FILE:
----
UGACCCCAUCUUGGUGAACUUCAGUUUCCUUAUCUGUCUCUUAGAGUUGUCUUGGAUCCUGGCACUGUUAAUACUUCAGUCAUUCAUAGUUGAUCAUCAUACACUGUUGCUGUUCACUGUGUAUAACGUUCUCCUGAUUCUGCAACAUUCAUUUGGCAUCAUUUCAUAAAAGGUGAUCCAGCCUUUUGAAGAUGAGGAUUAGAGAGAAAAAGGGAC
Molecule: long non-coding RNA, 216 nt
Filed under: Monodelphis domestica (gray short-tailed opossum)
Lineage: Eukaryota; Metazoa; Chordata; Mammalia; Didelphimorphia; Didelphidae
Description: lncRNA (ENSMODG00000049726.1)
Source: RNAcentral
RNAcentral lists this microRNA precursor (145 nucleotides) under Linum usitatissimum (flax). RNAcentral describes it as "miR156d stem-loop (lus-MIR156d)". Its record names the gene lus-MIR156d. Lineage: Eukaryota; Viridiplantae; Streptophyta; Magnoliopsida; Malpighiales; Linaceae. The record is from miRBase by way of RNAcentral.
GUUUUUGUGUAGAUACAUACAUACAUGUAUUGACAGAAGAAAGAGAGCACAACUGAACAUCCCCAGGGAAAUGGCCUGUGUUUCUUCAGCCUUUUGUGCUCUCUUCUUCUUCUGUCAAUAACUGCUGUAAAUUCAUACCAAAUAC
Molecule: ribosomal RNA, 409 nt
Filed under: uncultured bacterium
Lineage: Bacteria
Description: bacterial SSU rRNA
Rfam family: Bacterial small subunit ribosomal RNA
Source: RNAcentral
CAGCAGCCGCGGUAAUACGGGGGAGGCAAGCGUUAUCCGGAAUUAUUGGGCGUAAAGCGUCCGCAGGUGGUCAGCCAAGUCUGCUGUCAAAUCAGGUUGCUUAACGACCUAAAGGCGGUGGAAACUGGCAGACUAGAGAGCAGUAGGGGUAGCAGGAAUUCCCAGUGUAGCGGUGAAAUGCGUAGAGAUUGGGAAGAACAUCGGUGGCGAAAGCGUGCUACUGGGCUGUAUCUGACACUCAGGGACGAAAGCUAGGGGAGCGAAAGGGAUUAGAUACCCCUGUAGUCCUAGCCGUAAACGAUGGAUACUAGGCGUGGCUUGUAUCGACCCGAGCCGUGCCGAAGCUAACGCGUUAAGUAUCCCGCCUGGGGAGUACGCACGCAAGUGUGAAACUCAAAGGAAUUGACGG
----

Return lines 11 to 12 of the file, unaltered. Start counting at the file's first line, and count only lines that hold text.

Lineage: Bacteria
Description: bacterial SSU rRNA